Let's pause there. In Korea, "What intrigued him was that despite flying in F-86 aircraft with a lower ceiling, a wider turn radius and slower maximum speed than its rival, the Russian Mig-15, the kill ratio was 10:1 in favor of the F-86 during the Korean War" (p.22). One explanation might have been training, but that didn't explain everything, especially since the North Korean pilots often had numerical superiority. Boyd realized that the "bubble canopy ... provided a distinct advantage over the constrained view" of the Mig-15, but he believed there was an additional element (p.22). 

At his next post, the USAF Fighter Weapons School, he focused on air combat tactics. He acquired the name "40 second Boyd" because he routinely "bet that he could beat any pilot within 40 seconds in a 1 versus 1 air combat set-up, a bet that he usually won" (p.22). He also wrote Aerial Attack Study, "an encyclopedia on air-to-air combat" that is still being used (p.22). 

In 1960, Boyd went to Georgia Tech to pursue a degree in industrial engineering. While studying the Second Law of Thermodynamics, "he discovered that he could explain air-to-air combat in terms of energy relationships, in which altitude is potential energy to be traded for speed—kinetic energy—and vice versa. Turns became energy-consuming maneuvers ... and engine power an energy provider ..." (p.23). He could express these relationships with equations and plot the outcomes with graphs. "By overlaying and comparing such graphs of different fighters the speed/altitude areas of relative advantage became immediately obvious" (p.23). Yet these calculations required substantial computer time, so once Boyd graduated in 1962, he got a post at Eglin Air Force Base and proceeded to covertly use the USAF Systems Command computers to finish his research. The result was EM theory, which "revolutionized fighter design" (p.23). This work landed him at the Pentagon, where he helped to develop the next generation of fighters (p.23). 

At the Pentagon, Boyd saw that the win-to-loss ratios for fighters had plummeted from the 10:1 in Korea to ratios as low as 1:1 in Vietnam (p.24). Boyd, along with others, argued strongly for dedicated tactical fighters that could transition between maneuvers quickly (p.25), leading to the development of the F-16 (which Osinga flew) and the F-18.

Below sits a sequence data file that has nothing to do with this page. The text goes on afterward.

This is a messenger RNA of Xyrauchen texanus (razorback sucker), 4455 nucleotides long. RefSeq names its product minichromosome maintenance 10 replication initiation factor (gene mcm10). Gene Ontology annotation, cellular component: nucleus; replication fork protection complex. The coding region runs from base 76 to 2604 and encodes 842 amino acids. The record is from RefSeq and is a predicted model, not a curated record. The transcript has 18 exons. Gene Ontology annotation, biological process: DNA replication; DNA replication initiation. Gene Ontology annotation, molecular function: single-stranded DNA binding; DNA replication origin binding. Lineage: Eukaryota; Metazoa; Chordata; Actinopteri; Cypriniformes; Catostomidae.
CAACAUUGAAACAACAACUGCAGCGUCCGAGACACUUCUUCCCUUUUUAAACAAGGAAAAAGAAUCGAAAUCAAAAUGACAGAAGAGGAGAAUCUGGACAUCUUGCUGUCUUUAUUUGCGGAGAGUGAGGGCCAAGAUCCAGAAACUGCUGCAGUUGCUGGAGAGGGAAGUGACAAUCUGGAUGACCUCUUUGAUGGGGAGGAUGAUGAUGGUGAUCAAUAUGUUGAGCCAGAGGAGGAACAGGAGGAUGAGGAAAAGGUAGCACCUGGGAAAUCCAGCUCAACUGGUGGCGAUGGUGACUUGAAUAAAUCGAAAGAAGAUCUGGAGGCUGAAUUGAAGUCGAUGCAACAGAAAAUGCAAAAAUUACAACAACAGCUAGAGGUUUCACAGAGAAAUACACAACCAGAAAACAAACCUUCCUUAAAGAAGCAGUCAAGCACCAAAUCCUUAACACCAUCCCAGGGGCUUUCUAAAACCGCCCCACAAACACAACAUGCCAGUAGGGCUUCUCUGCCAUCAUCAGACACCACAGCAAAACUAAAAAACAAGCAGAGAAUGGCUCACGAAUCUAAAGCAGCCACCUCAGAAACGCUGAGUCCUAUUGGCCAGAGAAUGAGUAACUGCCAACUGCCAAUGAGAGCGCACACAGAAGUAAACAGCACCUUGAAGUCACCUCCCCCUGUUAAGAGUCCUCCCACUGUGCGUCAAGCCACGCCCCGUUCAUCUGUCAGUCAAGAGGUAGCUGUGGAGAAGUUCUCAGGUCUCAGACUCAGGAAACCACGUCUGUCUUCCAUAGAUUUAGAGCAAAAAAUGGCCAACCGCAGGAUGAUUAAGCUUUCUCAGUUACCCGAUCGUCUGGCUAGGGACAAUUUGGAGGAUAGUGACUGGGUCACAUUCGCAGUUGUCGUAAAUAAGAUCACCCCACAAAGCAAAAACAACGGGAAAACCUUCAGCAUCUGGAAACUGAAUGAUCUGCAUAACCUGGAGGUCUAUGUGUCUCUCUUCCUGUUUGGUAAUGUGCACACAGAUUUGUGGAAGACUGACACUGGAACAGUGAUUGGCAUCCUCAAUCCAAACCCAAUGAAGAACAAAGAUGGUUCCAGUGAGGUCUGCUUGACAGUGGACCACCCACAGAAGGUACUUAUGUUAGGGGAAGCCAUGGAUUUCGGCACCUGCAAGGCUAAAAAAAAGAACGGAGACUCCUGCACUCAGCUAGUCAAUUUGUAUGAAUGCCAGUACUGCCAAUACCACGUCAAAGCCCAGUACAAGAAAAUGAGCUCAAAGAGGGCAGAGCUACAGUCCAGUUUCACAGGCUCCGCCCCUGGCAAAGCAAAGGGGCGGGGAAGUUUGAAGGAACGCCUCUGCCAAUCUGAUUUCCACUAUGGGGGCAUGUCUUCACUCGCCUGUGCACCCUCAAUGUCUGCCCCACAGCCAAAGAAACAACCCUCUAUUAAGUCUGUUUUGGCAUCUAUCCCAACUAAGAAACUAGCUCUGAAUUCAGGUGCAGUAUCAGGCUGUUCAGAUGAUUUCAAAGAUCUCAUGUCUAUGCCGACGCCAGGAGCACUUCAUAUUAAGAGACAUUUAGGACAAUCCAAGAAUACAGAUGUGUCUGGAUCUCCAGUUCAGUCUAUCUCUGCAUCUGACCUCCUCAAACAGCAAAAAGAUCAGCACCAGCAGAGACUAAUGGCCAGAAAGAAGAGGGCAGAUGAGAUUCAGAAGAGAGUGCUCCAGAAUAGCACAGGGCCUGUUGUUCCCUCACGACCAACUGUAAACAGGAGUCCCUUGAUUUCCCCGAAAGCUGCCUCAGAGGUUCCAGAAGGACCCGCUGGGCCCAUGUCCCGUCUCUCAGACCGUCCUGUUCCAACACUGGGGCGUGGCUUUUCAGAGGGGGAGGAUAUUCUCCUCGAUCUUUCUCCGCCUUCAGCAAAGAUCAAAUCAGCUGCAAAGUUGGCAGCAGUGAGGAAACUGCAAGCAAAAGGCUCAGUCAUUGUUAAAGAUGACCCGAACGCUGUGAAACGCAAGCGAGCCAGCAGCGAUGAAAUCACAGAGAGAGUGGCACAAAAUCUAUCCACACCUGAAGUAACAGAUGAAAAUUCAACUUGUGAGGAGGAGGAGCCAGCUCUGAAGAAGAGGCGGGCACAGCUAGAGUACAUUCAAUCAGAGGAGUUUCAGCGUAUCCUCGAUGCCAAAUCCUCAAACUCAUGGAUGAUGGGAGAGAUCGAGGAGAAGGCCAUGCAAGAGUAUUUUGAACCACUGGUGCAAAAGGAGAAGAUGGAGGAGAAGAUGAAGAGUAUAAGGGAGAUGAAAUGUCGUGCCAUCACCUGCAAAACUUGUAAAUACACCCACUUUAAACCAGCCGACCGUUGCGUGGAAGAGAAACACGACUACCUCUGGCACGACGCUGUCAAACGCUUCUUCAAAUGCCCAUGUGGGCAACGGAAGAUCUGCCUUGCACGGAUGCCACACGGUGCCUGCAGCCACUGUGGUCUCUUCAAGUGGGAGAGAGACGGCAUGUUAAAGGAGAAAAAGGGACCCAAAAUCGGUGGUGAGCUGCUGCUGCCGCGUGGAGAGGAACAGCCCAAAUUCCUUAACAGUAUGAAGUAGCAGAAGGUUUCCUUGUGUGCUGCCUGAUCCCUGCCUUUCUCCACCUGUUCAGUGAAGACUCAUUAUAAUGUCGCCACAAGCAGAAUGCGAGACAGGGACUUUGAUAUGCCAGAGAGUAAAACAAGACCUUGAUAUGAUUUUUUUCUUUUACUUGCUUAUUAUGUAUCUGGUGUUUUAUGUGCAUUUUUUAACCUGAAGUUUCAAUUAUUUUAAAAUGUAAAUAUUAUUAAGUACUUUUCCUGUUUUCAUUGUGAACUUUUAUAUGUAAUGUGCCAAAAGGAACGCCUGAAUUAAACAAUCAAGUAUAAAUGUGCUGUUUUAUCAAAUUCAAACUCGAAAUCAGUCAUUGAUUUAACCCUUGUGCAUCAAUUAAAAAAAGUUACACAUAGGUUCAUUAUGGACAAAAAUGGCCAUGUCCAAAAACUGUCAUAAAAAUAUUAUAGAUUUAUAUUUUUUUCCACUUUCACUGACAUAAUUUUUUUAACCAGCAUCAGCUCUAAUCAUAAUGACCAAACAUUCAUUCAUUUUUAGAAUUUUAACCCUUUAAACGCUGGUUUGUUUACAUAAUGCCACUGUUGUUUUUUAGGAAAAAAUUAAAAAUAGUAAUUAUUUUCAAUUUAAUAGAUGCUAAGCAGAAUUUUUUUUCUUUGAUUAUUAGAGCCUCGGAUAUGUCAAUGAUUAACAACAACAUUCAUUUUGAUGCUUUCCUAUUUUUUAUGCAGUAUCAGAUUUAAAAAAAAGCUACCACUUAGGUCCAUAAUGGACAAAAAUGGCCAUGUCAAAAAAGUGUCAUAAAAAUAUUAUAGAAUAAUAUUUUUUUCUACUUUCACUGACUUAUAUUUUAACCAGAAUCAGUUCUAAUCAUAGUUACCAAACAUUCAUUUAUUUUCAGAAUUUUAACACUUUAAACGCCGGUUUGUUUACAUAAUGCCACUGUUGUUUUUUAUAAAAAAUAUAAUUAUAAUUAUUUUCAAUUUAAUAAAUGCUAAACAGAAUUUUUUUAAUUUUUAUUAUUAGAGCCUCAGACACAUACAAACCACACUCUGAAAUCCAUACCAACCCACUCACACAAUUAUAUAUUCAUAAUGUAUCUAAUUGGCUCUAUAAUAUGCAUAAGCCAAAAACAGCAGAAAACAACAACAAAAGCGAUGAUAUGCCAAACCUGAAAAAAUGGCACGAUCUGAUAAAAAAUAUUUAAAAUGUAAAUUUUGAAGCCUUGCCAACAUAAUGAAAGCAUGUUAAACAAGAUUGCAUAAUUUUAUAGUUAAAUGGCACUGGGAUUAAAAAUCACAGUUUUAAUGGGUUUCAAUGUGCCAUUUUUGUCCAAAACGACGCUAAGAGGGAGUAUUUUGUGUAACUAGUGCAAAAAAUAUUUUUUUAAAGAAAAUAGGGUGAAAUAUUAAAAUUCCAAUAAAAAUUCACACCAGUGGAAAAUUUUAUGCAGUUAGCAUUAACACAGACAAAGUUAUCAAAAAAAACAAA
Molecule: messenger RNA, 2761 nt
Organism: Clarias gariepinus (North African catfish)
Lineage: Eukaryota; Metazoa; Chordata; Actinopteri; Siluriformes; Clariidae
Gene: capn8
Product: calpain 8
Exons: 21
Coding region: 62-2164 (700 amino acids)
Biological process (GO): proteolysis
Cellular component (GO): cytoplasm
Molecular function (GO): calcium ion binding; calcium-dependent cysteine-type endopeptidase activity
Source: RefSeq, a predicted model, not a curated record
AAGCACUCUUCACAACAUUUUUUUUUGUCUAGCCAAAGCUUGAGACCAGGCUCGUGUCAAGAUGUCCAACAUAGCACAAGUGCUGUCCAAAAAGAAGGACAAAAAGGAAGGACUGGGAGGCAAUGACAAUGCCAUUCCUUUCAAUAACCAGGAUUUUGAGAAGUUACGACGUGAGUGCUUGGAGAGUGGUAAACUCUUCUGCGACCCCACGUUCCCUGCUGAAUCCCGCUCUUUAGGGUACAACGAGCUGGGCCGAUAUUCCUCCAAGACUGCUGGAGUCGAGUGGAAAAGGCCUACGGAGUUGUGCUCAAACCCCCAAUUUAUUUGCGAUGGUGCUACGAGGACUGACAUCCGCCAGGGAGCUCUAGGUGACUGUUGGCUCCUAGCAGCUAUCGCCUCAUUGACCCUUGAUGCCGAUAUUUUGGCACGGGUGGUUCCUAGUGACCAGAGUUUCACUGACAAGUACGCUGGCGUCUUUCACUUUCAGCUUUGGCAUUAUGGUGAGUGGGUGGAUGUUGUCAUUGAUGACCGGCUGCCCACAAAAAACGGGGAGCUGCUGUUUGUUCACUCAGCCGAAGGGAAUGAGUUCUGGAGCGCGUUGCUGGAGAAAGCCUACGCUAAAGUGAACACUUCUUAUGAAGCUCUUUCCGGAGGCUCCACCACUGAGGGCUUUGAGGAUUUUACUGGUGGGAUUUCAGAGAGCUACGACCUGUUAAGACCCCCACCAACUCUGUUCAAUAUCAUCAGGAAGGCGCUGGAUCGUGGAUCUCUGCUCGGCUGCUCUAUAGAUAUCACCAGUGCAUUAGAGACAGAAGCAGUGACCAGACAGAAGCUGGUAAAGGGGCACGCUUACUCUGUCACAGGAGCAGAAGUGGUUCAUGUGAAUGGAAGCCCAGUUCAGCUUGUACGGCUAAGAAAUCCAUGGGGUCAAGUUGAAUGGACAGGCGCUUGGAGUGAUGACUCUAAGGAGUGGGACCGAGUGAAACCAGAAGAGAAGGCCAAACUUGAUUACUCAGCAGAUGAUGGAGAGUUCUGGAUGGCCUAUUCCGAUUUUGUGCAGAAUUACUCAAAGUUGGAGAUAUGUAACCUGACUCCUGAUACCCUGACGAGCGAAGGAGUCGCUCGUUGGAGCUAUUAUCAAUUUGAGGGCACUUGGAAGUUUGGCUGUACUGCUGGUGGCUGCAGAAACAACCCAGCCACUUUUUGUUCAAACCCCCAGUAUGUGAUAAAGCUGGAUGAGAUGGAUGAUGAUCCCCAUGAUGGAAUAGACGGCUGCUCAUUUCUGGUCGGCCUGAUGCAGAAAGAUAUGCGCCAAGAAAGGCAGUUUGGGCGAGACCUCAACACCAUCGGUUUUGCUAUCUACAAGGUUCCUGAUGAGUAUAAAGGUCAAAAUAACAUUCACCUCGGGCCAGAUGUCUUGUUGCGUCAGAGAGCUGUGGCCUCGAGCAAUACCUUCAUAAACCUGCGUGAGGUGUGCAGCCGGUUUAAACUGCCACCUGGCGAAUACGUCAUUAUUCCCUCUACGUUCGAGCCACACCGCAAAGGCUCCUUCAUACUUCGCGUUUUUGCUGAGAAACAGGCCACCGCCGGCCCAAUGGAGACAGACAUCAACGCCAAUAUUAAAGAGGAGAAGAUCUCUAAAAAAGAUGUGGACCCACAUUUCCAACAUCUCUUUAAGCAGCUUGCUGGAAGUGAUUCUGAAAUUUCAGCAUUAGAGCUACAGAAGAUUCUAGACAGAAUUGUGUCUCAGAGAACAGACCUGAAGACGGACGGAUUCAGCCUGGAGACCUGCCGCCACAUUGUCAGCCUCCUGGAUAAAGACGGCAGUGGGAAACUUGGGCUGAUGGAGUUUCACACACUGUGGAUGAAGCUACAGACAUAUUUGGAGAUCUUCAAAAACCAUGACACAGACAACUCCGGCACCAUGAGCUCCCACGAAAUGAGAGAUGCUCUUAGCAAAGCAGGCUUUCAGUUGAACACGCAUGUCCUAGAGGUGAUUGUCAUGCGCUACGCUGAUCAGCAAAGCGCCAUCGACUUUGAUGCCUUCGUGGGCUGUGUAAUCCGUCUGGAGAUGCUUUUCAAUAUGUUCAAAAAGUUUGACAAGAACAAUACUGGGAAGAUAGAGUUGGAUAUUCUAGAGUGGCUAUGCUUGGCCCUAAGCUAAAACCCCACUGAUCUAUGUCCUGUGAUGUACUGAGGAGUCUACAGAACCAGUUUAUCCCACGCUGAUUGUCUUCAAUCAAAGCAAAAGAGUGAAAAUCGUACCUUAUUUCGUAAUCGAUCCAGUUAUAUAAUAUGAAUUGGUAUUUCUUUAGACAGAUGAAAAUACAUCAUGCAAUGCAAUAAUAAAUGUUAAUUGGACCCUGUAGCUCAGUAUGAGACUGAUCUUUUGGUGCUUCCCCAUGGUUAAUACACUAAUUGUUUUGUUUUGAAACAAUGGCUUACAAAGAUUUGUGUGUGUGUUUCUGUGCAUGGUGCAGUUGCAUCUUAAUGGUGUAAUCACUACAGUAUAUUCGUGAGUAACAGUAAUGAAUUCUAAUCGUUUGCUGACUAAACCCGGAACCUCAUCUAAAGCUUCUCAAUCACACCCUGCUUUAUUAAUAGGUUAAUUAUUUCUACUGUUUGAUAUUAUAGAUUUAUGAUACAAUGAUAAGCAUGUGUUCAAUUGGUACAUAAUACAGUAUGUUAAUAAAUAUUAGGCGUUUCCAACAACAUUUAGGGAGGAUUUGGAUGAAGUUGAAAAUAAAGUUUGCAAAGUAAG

It also resulted in the A-10, which was not a tactical fighter but a tank killer; Boyd researched the A-10's needs by interviewing German WW2 experts on the subject, and that led him to study strategy and tactics in general (p.26) and setting him on the path as a military theorist.

At the same time, Boyd was working on A New Conception for Air to Air Combat, in which he addressed the fact that in a fly-off, the YF-16 (which would become the F-16) and YF-17 (which would become the F-18) had been predicted to be a close match based on EM theory, yet the YF-16 clearly outperformed the 17 in actual tests. The YF-16 could perform tighter turns, allowing them to slip inside the YF-17's turn circle while still gaining energy and maintaining high turn rates (p.26). Critically, Boyd argued that "we should operate at a faster tempo than our adversaries or inside our adversaries [sic] time scales ... such activity will make us appear ambiguous (non predictable)..." (p.27, my emphasis). This insight was the kernel that led to later elaboration of the OODA loop. What's important to note here is why higher tempo is better: not because one can outpace the adversary, but because one can appear ambiguous and confuse and disorder the adversary. 

Let's skip a bit. Boyd drew eclectically from a range of theorists as he developed his new understanding of warfare. "Boyd argued for non-linear tactics, avoiding and bypassing enemy positions, venturing deep into enemy territory without too much concern for one's flanks. The prize was not territory but time, surprise and shock. Such tactics would force the enemy to react. They would create the impression US troops were everywhere and could strike anytime anyplace" (p.45). "Boyd's ideas were translated after a decade of lectures, briefings and debates in Marine Corps doctrine" (p.47). 

These ideas relate to the OODA Loop. Osinga quotes the explanation of "a young captain" who attended Boyd's briefings:

Colonel Boyd observed that in any conflict all combatants go through repeated cycles of an observation – orientation – decision –action (OODA) loop […]The potentially victorious combatant is the one with the OODA loop which is consistently quicker than his opponent (including the time required to transition from one cycle to another). As this opponent repeatedly cycles faster than his opponent, the opponent finds he is losing control of the situation […] his countermeasures are overcome by the rapidly unfolding events and become ineffective in coping with each other. He finds himself increasingly unable to react. Suddenly, he realizes there is nothing else he can do to control the situation or turn it to his advantage. At this point he has lost. In essence his command circuits have been overloaded, thereby making his decisions too slow for the developing situation […] all that remain are uncoordinated smaller units incapable of coordinated action. The enemy’s defeat in detail is the eventual outcome. (qtd on p.49; my emphasis)